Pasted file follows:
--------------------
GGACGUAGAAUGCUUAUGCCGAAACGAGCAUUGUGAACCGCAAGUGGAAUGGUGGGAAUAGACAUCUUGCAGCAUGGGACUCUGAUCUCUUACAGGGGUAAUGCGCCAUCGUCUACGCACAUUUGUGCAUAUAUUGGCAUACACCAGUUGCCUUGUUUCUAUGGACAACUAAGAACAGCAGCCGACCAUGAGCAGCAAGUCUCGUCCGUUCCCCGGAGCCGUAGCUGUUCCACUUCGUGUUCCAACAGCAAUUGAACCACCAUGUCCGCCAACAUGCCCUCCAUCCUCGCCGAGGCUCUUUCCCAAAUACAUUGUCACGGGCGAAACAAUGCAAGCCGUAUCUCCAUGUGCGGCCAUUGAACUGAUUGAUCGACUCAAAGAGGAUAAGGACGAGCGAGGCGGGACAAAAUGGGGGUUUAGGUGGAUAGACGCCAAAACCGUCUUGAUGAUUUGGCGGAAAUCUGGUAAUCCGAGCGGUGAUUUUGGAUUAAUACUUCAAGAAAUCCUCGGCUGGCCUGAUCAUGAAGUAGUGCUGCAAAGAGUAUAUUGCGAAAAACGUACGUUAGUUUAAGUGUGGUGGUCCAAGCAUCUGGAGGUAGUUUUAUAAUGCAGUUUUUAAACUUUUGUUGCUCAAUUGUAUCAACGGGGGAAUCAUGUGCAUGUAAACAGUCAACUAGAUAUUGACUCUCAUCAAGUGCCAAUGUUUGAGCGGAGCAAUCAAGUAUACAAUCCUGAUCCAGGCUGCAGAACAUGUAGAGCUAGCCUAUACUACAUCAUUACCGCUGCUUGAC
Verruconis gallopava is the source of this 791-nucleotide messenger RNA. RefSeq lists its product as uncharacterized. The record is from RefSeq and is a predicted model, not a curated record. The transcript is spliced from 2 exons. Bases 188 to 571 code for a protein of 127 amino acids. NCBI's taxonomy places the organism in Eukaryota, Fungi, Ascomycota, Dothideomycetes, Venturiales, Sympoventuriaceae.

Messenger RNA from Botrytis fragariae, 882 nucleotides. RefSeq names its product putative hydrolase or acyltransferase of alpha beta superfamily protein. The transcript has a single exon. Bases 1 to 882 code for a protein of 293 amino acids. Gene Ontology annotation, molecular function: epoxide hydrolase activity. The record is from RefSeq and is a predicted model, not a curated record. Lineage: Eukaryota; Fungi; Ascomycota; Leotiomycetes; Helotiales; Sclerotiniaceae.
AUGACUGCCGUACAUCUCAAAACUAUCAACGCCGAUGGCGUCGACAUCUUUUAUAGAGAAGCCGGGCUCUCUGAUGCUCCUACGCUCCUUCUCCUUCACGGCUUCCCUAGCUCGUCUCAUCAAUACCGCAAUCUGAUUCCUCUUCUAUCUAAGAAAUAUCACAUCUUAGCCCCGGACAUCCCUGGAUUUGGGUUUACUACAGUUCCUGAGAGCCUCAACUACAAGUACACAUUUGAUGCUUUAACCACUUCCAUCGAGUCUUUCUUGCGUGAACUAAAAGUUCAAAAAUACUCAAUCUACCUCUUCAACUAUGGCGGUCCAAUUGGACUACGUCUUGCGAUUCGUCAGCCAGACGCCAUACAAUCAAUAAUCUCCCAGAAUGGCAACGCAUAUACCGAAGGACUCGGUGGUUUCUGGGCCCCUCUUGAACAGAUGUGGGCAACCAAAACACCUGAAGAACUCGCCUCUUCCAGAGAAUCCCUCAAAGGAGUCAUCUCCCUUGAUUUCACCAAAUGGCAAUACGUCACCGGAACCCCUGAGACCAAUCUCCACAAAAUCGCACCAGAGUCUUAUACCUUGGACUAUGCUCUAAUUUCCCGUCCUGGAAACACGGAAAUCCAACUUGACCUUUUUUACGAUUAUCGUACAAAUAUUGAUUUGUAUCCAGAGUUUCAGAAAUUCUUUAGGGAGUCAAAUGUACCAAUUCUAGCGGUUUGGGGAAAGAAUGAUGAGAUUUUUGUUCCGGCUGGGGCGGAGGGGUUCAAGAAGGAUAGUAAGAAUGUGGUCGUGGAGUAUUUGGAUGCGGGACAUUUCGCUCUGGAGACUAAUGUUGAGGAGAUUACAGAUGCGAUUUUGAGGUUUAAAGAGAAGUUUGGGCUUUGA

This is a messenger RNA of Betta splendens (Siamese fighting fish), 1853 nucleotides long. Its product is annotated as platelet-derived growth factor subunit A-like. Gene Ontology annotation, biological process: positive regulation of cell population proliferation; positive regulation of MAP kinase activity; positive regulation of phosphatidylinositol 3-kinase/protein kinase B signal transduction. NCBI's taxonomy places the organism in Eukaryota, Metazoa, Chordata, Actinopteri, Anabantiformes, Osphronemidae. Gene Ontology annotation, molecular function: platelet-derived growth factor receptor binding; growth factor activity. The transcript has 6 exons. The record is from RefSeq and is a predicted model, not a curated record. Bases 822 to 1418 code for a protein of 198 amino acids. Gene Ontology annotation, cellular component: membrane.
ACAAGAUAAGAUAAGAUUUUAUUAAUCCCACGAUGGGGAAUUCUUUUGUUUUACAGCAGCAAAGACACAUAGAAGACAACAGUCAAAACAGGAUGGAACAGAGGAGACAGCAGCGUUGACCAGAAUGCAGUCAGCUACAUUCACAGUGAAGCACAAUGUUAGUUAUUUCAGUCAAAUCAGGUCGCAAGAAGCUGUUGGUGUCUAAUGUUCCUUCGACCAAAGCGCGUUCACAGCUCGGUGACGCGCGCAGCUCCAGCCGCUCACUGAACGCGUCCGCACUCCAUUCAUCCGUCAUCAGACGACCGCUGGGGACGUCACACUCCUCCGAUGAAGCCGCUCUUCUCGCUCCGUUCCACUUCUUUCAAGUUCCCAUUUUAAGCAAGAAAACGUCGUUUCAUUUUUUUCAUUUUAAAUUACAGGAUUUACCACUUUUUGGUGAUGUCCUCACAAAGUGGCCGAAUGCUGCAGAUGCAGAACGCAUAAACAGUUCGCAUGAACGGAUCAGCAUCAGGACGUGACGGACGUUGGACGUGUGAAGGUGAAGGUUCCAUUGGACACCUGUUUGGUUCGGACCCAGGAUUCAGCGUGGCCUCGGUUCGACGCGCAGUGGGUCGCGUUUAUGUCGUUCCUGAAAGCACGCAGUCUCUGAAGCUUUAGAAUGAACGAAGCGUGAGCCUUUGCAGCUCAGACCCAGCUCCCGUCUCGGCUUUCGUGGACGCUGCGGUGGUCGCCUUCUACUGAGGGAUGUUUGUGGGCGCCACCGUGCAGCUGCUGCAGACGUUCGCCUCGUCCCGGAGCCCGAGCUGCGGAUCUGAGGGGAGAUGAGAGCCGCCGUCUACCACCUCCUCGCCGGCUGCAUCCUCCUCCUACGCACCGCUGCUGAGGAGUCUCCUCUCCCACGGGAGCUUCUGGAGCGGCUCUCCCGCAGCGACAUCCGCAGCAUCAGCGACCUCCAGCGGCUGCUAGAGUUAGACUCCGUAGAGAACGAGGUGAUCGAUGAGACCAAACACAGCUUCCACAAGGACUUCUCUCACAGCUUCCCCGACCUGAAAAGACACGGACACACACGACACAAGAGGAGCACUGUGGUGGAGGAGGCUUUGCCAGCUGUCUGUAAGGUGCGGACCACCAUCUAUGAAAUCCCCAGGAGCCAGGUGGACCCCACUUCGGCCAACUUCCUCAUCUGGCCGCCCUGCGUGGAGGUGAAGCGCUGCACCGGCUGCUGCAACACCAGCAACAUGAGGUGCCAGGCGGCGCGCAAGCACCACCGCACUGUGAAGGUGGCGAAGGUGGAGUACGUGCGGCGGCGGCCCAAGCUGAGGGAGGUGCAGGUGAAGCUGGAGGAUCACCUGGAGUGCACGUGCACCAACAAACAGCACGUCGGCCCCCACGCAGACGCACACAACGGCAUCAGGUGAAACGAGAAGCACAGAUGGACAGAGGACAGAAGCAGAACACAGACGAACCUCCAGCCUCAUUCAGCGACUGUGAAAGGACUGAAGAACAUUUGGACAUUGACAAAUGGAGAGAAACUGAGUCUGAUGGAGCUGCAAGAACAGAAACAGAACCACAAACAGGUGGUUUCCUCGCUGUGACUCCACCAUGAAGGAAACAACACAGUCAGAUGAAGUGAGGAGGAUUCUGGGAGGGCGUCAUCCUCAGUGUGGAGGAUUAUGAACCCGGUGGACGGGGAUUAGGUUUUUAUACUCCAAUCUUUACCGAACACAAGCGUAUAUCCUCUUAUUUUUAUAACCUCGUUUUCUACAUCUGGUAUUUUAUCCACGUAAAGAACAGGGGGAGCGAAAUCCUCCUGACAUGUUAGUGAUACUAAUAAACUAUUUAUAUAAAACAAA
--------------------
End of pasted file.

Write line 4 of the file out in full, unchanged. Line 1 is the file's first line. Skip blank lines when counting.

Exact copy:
AUGACUGCCGUACAUCUCAAAACUAUCAACGCCGAUGGCGUCGACAUCUUUUAUAGAGAAGCCGGGCUCUCUGAUGCUCCUACGCUCCUUCUCCUUCACGGCUUCCCUAGCUCGUCUCAUCAAUACCGCAAUCUGAUUCCUCUUCUAUCUAAGAAAUAUCACAUCUUAGCCCCGGACAUCCCUGGAUUUGGGUUUACUACAGUUCCUGAGAGCCUCAACUACAAGUACACAUUUGAUGCUUUAACCACUUCCAUCGAGUCUUUCUUGCGUGAACUAAAAGUUCAAAAAUACUCAAUCUACCUCUUCAACUAUGGCGGUCCAAUUGGACUACGUCUUGCGAUUCGUCAGCCAGACGCCAUACAAUCAAUAAUCUCCCAGAAUGGCAACGCAUAUACCGAAGGACUCGGUGGUUUCUGGGCCCCUCUUGAACAGAUGUGGGCAACCAAAACACCUGAAGAACUCGCCUCUUCCAGAGAAUCCCUCAAAGGAGUCAUCUCCCUUGAUUUCACCAAAUGGCAAUACGUCACCGGAACCCCUGAGACCAAUCUCCACAAAAUCGCACCAGAGUCUUAUACCUUGGACUAUGCUCUAAUUUCCCGUCCUGGAAACACGGAAAUCCAACUUGACCUUUUUUACGAUUAUCGUACAAAUAUUGAUUUGUAUCCAGAGUUUCAGAAAUUCUUUAGGGAGUCAAAUGUACCAAUUCUAGCGGUUUGGGGAAAGAAUGAUGAGAUUUUUGUUCCGGCUGGGGCGGAGGGGUUCAAGAAGGAUAGUAAGAAUGUGGUCGUGGAGUAUUUGGAUGCGGGACAUUUCGCUCUGGAGACUAAUGUUGAGGAGAUUACAGAUGCGAUUUUGAGGUUUAAAGAGAAGUUUGGGCUUUGA